As part of our project Mapping the Social City, we are asking: How can social maps and mapping tools offer new insights on peoples’ experiences in urban neighbourhoods?
Have a look at some of the great examples we’ve found so far, from around the world, showing how maps and mapping can contribute to innovative placemaking in cities. Are you involved with or know about any other examples? We want to hear from you!
In Walthamstow, the UK, the Where in Wally project investigated community assets in Walthamstow through participatory mapping. Community members were asked to contribute stories about treasured, publicly accessible spaces in the area. These spaces were both mapped online and tagged physically.
In Phnom Penh, Cambodia, community mapping is used by Sahmakum Teang Tnaut, a Camobodian Urban NGO, to strengthen the position of communities under threat of eviction. Participatory approaches and mapping are used to gather data around urban issues for advocacy and to influence policy around infrastructure upgrading, evictions, and displacement of the urban poor in Phnom Penh. The images below are from a community training event to for basic map-sketching skills and understanding the value of community mapping. The NGO engages in enumeration and mapping activities with communities who are often excluded from formal / government census and mapping activities.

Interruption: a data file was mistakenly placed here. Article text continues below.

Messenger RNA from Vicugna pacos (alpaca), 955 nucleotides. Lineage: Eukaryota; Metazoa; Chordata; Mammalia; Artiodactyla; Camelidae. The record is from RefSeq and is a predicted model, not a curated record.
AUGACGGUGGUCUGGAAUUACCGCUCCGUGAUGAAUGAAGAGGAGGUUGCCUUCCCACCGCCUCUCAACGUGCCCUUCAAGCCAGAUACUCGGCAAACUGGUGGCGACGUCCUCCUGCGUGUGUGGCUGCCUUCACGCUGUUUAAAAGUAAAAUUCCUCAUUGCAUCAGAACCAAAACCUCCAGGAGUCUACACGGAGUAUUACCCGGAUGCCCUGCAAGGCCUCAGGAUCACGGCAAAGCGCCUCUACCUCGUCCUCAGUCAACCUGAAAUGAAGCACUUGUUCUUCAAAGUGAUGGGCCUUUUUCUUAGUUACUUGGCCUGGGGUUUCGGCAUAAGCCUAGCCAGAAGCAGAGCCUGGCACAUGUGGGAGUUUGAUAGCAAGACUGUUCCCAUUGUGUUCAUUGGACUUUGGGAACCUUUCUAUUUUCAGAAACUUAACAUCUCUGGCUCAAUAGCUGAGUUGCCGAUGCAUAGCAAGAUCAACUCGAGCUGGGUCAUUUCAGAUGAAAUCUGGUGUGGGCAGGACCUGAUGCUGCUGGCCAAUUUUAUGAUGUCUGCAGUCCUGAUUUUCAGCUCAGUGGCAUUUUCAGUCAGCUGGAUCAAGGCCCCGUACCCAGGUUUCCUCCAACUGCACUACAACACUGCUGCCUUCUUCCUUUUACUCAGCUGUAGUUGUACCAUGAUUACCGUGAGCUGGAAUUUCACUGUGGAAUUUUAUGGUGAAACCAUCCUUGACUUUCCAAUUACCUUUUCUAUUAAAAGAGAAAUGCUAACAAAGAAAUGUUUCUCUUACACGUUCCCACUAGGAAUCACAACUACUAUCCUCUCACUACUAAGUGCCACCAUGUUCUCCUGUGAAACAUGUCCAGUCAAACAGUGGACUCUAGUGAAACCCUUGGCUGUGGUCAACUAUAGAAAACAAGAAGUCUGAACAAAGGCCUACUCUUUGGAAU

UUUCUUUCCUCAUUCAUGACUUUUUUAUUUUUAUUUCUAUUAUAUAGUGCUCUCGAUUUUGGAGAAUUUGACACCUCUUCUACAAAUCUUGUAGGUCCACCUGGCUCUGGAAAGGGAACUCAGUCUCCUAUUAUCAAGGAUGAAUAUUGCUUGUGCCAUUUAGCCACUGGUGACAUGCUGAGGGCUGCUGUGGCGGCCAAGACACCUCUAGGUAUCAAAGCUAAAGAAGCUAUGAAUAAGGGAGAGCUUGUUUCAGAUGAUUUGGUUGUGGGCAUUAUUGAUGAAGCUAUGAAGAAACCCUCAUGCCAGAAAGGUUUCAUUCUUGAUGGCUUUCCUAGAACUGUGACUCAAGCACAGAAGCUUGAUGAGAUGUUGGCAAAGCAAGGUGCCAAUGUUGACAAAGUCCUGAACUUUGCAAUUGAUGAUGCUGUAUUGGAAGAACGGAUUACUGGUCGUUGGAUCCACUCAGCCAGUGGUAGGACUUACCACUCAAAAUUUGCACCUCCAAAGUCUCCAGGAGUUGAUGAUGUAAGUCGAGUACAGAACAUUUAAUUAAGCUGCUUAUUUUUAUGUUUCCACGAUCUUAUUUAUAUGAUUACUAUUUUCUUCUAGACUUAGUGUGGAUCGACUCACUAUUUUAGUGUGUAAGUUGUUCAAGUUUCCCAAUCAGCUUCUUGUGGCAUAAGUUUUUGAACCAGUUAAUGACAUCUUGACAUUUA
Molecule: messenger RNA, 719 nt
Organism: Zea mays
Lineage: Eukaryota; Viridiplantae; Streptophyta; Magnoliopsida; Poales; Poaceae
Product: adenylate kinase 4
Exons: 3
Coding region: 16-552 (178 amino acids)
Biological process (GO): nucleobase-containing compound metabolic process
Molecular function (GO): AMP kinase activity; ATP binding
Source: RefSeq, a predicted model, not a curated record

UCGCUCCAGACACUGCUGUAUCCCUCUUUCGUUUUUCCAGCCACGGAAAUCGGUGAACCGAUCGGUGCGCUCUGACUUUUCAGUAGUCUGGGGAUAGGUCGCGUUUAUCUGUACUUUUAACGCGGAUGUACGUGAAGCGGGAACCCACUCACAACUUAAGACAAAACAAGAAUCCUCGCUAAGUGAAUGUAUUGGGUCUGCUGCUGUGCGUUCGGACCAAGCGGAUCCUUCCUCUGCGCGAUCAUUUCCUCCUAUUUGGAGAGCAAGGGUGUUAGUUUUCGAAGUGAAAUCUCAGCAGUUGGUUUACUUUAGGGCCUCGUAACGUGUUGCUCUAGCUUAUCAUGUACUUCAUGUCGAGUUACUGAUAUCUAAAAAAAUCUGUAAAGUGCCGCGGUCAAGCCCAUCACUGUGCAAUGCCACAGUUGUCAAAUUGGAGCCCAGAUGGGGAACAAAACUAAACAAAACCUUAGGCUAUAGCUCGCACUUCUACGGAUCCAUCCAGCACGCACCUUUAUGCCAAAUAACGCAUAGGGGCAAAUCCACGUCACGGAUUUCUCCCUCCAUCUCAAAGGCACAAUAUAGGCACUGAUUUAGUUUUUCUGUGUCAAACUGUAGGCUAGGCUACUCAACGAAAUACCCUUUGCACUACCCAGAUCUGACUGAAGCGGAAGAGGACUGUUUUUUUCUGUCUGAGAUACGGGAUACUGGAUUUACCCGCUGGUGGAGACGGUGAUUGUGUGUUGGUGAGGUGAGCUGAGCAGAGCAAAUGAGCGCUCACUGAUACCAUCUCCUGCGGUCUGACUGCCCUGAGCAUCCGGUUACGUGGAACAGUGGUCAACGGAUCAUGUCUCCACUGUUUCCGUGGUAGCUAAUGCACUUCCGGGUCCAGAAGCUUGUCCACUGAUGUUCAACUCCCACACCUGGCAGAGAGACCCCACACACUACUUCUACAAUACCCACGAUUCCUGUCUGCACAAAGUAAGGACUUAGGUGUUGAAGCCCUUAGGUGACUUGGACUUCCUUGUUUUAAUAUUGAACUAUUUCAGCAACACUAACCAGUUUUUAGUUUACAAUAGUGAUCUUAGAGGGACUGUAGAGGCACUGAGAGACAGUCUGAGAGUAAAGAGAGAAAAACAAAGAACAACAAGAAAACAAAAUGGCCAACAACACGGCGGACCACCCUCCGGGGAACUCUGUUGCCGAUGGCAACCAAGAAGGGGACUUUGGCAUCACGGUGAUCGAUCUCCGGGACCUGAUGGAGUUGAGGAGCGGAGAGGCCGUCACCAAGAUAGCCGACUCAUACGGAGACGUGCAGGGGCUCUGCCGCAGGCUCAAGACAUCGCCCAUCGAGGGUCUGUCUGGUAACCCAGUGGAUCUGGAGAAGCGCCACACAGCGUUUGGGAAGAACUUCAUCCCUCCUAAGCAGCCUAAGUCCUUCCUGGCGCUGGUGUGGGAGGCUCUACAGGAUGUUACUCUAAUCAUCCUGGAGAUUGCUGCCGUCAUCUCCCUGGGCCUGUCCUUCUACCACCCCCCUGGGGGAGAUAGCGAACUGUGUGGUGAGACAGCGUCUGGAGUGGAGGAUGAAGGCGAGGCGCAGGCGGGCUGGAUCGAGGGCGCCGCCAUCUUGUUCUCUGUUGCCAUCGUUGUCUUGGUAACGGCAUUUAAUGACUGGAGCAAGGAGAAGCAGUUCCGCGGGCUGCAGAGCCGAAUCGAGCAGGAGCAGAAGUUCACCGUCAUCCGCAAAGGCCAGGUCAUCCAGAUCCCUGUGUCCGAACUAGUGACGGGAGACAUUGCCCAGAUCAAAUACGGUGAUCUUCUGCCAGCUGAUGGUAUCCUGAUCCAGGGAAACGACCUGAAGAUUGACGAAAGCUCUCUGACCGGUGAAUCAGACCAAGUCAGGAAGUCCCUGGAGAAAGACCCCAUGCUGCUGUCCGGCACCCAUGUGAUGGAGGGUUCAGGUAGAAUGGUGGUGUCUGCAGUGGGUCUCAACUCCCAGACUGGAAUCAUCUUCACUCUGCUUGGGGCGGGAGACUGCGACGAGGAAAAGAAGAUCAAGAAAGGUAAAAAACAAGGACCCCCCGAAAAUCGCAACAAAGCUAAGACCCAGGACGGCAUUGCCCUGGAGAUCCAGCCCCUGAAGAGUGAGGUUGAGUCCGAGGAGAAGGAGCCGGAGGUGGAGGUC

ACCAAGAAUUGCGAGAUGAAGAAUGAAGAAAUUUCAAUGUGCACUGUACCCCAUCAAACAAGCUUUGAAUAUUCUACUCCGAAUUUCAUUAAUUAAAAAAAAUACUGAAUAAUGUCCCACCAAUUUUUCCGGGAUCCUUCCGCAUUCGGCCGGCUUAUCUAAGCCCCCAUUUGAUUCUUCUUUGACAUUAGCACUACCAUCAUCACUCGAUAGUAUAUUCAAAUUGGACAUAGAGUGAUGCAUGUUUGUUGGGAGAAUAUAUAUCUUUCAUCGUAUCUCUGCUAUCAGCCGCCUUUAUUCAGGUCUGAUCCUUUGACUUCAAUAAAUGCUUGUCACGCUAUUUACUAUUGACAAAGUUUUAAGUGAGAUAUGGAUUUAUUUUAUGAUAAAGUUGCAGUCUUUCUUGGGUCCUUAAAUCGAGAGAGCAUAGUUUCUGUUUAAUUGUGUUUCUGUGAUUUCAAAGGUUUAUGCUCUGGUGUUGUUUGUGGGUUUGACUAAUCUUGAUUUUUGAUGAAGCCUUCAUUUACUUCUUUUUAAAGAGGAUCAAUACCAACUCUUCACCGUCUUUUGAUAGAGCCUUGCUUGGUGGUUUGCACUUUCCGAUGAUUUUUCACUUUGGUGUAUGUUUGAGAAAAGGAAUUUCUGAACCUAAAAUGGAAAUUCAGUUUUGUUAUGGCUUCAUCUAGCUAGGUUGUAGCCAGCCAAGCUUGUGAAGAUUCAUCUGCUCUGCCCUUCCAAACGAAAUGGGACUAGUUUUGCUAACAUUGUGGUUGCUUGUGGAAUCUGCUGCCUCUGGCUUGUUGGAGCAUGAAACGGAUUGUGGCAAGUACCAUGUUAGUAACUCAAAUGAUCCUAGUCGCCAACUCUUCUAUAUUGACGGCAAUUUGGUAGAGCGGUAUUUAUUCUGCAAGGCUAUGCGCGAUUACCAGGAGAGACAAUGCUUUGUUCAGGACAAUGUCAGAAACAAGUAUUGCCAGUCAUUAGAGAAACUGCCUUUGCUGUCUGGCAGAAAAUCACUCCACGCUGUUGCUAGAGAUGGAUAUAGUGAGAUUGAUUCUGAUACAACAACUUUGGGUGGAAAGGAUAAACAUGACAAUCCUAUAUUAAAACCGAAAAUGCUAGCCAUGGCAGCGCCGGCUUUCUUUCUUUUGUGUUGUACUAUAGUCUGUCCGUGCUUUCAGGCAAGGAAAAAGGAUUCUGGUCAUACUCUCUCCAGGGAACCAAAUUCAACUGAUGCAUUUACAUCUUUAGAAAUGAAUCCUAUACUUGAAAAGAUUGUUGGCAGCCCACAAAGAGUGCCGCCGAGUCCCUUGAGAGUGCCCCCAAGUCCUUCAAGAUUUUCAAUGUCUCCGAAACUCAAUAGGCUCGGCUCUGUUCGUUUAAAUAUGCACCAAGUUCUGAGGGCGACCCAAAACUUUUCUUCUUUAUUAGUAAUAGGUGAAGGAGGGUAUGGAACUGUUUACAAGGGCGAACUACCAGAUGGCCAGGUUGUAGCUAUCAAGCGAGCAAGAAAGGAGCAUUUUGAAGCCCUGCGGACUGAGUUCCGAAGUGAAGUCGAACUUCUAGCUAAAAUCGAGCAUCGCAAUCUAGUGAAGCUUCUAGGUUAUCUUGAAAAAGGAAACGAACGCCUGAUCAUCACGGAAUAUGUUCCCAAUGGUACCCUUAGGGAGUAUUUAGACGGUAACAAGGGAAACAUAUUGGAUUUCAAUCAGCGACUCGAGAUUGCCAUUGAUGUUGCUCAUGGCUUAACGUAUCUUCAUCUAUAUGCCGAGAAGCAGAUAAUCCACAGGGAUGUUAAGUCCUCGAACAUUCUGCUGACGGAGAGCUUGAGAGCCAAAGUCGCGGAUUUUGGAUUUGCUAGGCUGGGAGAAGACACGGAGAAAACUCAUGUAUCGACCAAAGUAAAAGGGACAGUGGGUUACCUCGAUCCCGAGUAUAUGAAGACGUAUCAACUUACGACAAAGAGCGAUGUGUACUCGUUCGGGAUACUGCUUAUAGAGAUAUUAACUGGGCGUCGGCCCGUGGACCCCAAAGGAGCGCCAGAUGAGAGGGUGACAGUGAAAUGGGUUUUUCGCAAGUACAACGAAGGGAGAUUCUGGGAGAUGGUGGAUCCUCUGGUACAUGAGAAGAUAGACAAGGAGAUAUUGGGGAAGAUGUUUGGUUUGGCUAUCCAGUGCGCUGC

In Seoul, South Korea, the Community Mapping Centre uses local knowledge to make community maps to encourage sharing between people and encourage participation in urban issues with a view to solve problems within the city.
The map below visualises the locations and information about various social enterprises, cooperatives, other small enterprises, and supporting organizations in Seoul.
In San Francisco, the USA, the Anti-Eviction Mapping Project documents urban change by using data visualisation and storytelling to document displacement and gentrification across the city. The project explores the (uneven) relationships between the tech industry, city authorities, and residents living in the city.
The map below shows no-fault evictions in the city over time (1997 – 2004). The project also uses mapping to document stories or observations from people who have experienced displacement like their crowdmap.
Are you involved with or know about any other examples? We want to hear from you!